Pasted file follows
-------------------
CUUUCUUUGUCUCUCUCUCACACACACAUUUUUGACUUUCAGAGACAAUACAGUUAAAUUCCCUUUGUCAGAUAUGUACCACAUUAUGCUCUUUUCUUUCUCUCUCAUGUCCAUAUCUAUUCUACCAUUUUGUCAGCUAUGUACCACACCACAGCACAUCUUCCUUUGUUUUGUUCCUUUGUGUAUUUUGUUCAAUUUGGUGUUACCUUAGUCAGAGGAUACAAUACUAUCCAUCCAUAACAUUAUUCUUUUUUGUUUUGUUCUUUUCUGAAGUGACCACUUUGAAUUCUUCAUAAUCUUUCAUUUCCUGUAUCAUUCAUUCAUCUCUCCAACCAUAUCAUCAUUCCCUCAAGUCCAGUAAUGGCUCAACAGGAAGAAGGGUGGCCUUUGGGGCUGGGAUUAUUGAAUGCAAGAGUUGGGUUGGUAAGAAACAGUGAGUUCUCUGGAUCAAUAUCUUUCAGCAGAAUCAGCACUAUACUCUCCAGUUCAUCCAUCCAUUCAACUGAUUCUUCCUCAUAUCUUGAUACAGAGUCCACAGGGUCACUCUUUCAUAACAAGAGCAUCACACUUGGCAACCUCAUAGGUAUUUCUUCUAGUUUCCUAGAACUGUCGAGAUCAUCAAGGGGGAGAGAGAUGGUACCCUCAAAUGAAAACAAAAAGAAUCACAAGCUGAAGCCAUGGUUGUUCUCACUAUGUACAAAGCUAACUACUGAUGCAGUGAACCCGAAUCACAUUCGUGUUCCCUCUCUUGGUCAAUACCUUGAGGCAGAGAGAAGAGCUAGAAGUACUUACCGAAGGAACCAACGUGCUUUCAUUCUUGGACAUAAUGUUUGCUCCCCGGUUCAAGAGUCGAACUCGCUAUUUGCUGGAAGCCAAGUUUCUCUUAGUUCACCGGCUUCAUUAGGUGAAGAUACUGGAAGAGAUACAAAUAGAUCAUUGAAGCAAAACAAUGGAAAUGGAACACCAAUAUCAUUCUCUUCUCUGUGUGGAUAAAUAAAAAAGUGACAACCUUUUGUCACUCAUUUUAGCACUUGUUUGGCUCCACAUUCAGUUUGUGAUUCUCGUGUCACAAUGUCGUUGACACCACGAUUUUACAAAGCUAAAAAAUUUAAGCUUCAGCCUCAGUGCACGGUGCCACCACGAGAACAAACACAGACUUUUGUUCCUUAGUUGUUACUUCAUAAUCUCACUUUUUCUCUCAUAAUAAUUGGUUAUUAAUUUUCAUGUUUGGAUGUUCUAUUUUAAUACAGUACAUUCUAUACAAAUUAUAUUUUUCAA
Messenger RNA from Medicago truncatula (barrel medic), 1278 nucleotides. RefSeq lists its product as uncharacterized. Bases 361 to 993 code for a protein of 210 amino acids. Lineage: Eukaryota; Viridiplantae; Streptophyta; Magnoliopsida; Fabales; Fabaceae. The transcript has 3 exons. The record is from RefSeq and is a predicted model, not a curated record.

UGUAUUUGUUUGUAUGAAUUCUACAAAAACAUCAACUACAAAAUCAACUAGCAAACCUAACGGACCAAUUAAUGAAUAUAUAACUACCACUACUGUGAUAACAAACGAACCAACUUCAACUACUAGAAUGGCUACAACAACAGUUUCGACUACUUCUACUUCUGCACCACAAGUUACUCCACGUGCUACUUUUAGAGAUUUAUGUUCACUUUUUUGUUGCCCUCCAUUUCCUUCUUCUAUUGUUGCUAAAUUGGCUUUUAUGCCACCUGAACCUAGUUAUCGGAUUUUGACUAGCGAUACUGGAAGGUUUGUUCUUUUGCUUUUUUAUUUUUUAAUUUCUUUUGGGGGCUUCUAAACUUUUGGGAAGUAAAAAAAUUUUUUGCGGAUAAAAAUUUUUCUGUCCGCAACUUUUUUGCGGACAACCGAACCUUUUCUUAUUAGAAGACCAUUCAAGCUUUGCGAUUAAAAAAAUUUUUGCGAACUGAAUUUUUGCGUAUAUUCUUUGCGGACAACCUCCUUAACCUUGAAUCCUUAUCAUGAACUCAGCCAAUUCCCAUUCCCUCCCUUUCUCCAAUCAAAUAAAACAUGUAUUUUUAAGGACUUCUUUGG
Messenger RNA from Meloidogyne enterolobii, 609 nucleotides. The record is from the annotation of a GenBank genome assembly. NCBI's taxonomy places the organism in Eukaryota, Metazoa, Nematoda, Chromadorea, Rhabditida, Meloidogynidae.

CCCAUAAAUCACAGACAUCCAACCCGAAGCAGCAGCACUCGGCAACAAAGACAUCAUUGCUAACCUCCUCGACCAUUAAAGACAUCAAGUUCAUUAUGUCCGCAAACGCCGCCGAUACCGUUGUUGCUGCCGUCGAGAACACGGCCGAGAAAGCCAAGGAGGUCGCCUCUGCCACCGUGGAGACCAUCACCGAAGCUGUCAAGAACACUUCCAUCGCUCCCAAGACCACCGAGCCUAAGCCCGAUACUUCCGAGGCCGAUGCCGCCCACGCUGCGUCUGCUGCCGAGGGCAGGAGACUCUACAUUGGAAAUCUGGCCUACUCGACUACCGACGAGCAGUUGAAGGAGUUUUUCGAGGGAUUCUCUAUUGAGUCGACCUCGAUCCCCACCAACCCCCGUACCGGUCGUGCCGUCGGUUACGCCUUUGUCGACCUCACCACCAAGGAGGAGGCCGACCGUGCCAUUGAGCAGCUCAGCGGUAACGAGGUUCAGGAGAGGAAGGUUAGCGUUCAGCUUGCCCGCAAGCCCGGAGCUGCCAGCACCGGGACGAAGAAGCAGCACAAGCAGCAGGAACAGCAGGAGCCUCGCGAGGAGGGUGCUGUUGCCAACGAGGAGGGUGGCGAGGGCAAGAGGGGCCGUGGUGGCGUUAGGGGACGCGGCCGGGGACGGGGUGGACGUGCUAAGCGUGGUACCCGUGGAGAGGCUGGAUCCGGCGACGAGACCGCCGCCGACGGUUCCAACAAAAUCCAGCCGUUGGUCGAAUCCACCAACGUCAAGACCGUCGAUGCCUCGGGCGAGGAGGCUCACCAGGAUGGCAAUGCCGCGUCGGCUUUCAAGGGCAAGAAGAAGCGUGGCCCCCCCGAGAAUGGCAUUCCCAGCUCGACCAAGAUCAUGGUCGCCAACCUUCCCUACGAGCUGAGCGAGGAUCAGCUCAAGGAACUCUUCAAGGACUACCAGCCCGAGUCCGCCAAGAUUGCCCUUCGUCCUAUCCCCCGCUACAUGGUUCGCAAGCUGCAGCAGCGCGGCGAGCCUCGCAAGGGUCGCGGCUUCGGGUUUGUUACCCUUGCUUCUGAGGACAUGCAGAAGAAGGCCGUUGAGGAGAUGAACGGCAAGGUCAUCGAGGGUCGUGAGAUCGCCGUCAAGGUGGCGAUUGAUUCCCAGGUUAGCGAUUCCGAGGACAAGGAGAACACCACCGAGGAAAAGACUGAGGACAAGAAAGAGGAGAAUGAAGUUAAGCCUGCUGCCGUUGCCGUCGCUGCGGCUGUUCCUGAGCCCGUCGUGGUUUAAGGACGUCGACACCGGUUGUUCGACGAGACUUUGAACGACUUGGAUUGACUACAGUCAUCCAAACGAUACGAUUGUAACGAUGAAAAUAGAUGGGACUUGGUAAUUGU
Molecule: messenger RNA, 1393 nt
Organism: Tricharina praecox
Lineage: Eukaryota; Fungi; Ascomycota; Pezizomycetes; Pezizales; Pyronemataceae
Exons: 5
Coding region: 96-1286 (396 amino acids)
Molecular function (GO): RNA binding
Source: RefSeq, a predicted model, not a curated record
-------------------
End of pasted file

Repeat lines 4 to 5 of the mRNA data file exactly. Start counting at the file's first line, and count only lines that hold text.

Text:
Messenger RNA from Meloidogyne enterolobii, 609 nucleotides. The record is from the annotation of a GenBank genome assembly. NCBI's taxonomy places the organism in Eukaryota, Metazoa, Nematoda, Chromadorea, Rhabditida, Meloidogynidae.

CCCAUAAAUCACAGACAUCCAACCCGAAGCAGCAGCACUCGGCAACAAAGACAUCAUUGCUAACCUCCUCGACCAUUAAAGACAUCAAGUUCAUUAUGUCCGCAAACGCCGCCGAUACCGUUGUUGCUGCCGUCGAGAACACGGCCGAGAAAGCCAAGGAGGUCGCCUCUGCCACCGUGGAGACCAUCACCGAAGCUGUCAAGAACACUUCCAUCGCUCCCAAGACCACCGAGCCUAAGCCCGAUACUUCCGAGGCCGAUGCCGCCCACGCUGCGUCUGCUGCCGAGGGCAGGAGACUCUACAUUGGAAAUCUGGCCUACUCGACUACCGACGAGCAGUUGAAGGAGUUUUUCGAGGGAUUCUCUAUUGAGUCGACCUCGAUCCCCACCAACCCCCGUACCGGUCGUGCCGUCGGUUACGCCUUUGUCGACCUCACCACCAAGGAGGAGGCCGACCGUGCCAUUGAGCAGCUCAGCGGUAACGAGGUUCAGGAGAGGAAGGUUAGCGUUCAGCUUGCCCGCAAGCCCGGAGCUGCCAGCACCGGGACGAAGAAGCAGCACAAGCAGCAGGAACAGCAGGAGCCUCGCGAGGAGGGUGCUGUUGCCAACGAGGAGGGUGGCGAGGGCAAGAGGGGCCGUGGUGGCGUUAGGGGACGCGGCCGGGGACGGGGUGGACGUGCUAAGCGUGGUACCCGUGGAGAGGCUGGAUCCGGCGACGAGACCGCCGCCGACGGUUCCAACAAAAUCCAGCCGUUGGUCGAAUCCACCAACGUCAAGACCGUCGAUGCCUCGGGCGAGGAGGCUCACCAGGAUGGCAAUGCCGCGUCGGCUUUCAAGGGCAAGAAGAAGCGUGGCCCCCCCGAGAAUGGCAUUCCCAGCUCGACCAAGAUCAUGGUCGCCAACCUUCCCUACGAGCUGAGCGAGGAUCAGCUCAAGGAACUCUUCAAGGACUACCAGCCCGAGUCCGCCAAGAUUGCCCUUCGUCCUAUCCCCCGCUACAUGGUUCGCAAGCUGCAGCAGCGCGGCGAGCCUCGCAAGGGUCGCGGCUUCGGGUUUGUUACCCUUGCUUCUGAGGACAUGCAGAAGAAGGCCGUUGAGGAGAUGAACGGCAAGGUCAUCGAGGGUCGUGAGAUCGCCGUCAAGGUGGCGAUUGAUUCCCAGGUUAGCGAUUCCGAGGACAAGGAGAACACCACCGAGGAAAAGACUGAGGACAAGAAAGAGGAGAAUGAAGUUAAGCCUGCUGCCGUUGCCGUCGCUGCGGCUGUUCCUGAGCCCGUCGUGGUUUAAGGACGUCGACACCGGUUGUUCGACGAGACUUUGAACGACUUGGAUUGACUACAGUCAUCCAAACGAUACGAUUGUAACGAUGAAAAUAGAUGGGACUUGGUAAUUGU